If you are still at the stage of selecting your universities, you may wish to factor in which type of interview would suit you best.

 

Some general advice:

Knowledge is power

It is wise to find out as much about the interview as possible beforehand. For example, some university websites specify the areas they will test you on, thus telling you exactly what to practise. You can also look at blogs, on student room and so on, to find out about past students’ experiences of interviewing there. 

Why here?

Make sure you know about the specific university that is interviewing you (in Newcastle’s case, they made sure all interviewees knew that you could be sent a long way out of the city for placement). Formulate an answer to why this university, thinking about what makes it unique. For example, you might talk about the city, the course structure, the exciting placement opportunities, etc. The most important difference in course structure is whether the course is predominantly problem based learning (PBL) or traditional: make sure you can justify why each suits you.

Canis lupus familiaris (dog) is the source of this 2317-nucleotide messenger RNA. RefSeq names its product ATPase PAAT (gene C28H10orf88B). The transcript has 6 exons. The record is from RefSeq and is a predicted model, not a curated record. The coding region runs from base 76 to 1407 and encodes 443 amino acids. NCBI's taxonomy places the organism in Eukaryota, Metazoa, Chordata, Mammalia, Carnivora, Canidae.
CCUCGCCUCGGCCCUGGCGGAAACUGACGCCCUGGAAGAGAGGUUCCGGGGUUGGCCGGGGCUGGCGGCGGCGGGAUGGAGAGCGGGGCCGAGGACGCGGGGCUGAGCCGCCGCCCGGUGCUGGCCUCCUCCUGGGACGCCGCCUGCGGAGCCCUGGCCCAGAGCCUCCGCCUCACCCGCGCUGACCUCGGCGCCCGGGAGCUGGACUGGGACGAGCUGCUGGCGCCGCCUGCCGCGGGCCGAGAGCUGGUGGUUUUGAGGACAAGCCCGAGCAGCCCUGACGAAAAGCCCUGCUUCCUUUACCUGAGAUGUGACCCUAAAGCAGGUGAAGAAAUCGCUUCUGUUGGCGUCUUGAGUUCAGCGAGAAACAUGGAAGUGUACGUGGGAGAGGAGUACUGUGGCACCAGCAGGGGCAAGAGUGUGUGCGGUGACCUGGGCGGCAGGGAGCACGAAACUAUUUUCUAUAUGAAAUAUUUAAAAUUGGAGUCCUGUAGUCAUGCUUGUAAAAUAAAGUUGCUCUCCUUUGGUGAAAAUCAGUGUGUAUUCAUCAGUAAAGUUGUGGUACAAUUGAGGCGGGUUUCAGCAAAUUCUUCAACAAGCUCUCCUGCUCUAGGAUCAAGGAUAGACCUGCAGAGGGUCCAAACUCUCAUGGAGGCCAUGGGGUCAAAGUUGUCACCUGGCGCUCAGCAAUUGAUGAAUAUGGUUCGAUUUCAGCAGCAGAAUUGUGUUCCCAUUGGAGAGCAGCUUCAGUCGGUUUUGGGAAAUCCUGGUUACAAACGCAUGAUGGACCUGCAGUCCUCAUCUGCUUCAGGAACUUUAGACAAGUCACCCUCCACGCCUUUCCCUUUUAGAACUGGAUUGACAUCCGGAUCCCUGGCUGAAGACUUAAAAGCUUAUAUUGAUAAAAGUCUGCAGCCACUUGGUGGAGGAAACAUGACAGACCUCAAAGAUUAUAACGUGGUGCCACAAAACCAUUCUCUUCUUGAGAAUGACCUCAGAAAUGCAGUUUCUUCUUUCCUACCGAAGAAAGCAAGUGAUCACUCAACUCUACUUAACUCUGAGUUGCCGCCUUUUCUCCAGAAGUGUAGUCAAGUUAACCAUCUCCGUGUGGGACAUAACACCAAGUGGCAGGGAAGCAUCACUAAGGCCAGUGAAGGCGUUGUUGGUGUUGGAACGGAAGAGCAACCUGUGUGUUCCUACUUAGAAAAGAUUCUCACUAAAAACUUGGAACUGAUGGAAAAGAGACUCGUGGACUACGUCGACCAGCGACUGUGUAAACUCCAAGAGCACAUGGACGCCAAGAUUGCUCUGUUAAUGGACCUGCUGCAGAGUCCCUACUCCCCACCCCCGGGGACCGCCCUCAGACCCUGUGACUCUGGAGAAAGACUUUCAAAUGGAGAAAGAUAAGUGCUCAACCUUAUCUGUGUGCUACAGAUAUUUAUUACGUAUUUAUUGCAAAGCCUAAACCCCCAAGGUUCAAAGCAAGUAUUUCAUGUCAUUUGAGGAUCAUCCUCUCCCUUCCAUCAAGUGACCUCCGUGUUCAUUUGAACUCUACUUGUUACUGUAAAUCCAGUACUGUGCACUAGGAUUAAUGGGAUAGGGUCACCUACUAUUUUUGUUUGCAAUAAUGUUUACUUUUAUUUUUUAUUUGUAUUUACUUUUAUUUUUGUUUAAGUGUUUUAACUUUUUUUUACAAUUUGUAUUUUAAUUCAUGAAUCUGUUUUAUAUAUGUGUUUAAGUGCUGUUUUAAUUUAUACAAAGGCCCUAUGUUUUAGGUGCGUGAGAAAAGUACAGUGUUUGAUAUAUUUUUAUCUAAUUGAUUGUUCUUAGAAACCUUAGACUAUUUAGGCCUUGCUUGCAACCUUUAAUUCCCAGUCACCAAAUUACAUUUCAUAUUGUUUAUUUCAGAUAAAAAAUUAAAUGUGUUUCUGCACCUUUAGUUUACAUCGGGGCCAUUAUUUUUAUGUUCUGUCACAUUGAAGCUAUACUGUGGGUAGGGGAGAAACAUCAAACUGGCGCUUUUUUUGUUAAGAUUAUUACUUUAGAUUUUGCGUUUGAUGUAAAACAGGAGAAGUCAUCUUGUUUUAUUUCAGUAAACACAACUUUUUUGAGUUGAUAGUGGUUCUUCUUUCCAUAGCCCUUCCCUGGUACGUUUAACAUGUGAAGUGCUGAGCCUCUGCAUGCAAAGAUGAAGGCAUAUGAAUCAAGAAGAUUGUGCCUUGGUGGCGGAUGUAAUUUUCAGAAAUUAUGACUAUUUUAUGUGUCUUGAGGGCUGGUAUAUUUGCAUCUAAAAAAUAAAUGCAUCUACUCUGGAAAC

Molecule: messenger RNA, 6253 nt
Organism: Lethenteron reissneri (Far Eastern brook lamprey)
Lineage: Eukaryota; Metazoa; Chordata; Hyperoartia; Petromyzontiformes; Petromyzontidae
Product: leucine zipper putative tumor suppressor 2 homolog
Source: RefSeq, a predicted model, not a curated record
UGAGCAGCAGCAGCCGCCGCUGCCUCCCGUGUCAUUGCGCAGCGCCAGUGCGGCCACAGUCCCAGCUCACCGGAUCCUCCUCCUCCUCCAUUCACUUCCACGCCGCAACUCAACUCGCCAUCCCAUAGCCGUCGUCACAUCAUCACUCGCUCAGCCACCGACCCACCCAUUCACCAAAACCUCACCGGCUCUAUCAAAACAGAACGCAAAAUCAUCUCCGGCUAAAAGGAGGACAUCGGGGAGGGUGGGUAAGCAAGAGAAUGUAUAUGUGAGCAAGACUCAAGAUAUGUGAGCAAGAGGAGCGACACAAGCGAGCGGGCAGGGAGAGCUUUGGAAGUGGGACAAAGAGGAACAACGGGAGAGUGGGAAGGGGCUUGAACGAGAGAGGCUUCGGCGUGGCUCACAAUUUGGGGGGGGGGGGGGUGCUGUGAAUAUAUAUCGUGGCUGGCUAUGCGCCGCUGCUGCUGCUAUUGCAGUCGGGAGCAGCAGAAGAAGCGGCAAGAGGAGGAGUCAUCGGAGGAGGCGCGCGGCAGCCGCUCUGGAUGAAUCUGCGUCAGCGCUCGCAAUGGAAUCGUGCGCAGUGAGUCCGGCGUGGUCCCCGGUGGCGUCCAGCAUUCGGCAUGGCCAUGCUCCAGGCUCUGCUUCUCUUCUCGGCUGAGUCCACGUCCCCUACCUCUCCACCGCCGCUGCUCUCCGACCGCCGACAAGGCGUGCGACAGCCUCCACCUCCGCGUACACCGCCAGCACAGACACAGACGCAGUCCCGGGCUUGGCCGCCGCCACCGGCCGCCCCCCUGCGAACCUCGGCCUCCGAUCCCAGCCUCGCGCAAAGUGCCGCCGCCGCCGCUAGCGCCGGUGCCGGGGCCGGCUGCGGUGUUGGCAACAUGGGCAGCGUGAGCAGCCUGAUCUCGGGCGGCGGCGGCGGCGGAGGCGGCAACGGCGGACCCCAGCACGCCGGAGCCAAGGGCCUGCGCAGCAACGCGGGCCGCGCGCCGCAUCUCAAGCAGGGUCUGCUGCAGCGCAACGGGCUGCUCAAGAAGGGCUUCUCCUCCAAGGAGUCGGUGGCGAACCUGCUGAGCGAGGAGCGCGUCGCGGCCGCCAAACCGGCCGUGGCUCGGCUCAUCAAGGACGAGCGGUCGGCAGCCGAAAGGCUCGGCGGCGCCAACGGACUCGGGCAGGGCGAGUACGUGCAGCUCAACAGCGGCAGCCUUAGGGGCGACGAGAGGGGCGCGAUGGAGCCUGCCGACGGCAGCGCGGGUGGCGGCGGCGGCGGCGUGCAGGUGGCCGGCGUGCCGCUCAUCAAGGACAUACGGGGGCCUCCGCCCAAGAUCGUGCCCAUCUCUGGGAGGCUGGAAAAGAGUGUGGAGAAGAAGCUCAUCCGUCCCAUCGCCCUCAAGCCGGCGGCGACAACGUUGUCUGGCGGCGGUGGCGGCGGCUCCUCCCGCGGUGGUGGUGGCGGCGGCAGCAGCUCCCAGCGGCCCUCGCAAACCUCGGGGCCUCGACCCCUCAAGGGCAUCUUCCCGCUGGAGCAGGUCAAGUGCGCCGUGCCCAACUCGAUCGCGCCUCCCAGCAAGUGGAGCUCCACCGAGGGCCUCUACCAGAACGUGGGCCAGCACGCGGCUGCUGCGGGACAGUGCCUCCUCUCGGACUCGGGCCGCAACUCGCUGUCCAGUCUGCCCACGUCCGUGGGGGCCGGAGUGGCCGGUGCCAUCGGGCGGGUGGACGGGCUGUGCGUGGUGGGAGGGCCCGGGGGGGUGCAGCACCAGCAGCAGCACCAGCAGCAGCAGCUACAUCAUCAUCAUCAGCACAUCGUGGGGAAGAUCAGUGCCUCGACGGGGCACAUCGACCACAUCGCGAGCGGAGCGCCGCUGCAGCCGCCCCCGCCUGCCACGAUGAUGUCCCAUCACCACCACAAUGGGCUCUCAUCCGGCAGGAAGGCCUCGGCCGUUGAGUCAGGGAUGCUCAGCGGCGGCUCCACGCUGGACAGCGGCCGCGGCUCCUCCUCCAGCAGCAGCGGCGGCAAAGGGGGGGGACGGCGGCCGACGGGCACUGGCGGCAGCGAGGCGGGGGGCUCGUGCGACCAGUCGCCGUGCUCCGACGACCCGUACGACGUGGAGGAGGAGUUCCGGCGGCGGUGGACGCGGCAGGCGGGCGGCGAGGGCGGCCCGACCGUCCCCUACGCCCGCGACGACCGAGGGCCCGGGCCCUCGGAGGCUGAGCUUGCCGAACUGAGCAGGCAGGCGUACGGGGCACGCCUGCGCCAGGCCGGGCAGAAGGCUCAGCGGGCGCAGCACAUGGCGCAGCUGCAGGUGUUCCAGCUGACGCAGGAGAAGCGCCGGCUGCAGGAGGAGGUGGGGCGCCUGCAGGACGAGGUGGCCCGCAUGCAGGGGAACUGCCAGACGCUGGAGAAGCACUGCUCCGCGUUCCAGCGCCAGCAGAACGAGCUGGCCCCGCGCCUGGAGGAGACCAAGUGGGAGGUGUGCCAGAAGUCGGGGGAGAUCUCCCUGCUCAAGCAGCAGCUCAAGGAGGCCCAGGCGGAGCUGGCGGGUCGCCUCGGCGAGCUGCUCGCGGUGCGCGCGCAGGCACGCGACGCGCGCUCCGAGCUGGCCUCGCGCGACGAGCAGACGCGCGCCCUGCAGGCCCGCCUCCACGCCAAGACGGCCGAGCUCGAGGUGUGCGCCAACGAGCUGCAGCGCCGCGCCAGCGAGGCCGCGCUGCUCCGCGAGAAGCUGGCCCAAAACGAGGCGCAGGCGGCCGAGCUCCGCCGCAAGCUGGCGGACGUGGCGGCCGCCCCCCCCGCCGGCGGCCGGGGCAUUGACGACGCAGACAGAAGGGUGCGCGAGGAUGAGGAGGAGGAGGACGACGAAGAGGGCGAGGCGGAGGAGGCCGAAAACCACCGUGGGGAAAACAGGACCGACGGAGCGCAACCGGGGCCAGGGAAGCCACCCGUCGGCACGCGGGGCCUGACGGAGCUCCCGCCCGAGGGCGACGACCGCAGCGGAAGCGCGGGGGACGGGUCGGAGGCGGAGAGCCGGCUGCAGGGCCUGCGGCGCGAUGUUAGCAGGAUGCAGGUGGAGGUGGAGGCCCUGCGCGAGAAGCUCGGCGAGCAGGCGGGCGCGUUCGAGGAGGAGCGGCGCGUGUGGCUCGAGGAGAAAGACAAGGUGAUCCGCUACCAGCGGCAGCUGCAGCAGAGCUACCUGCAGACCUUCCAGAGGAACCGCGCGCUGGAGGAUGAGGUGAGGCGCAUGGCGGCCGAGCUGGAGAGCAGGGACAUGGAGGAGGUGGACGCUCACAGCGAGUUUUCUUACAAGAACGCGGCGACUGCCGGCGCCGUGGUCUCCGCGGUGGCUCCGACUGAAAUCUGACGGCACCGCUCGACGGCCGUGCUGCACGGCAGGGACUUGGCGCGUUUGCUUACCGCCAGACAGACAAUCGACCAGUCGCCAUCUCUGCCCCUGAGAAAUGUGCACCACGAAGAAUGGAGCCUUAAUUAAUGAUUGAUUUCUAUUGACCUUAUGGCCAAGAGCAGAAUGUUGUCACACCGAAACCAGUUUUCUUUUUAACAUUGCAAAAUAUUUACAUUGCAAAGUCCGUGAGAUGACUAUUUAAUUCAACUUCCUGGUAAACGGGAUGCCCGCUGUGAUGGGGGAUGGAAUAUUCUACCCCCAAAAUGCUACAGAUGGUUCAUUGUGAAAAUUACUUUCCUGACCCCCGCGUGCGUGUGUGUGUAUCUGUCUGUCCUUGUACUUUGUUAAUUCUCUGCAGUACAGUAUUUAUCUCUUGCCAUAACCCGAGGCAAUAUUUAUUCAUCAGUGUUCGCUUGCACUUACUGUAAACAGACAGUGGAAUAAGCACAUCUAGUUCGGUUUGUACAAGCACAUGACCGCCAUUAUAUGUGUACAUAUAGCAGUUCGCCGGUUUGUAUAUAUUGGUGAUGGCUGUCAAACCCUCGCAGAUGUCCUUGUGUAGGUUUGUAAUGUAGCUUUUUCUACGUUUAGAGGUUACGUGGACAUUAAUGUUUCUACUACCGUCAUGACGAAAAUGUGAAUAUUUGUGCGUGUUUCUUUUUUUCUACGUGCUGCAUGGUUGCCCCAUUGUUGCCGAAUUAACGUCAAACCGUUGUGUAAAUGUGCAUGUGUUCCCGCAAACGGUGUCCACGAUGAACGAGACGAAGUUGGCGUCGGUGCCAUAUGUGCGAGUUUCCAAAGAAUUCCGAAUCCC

Including your personal statement

You can also find out from the online admissions pages whether the interviewers will have read your personal statement or not. If they have, you know that they might ask you about specific things that you’ve mentioned. If not, you know that you need to explain the points you made in your personal statement in detail. Also, if you don’t mention them, they won’t know, so don’t be afraid to repeat things that you wrote in your personal statement.

PREPARATION IS KEY!

It’s been proven that under stress, we cannot think as logically. Therefore, planning your answers is critical. You should come up with model answers for common interview questions, but also a plan for what to do when you get unexpected.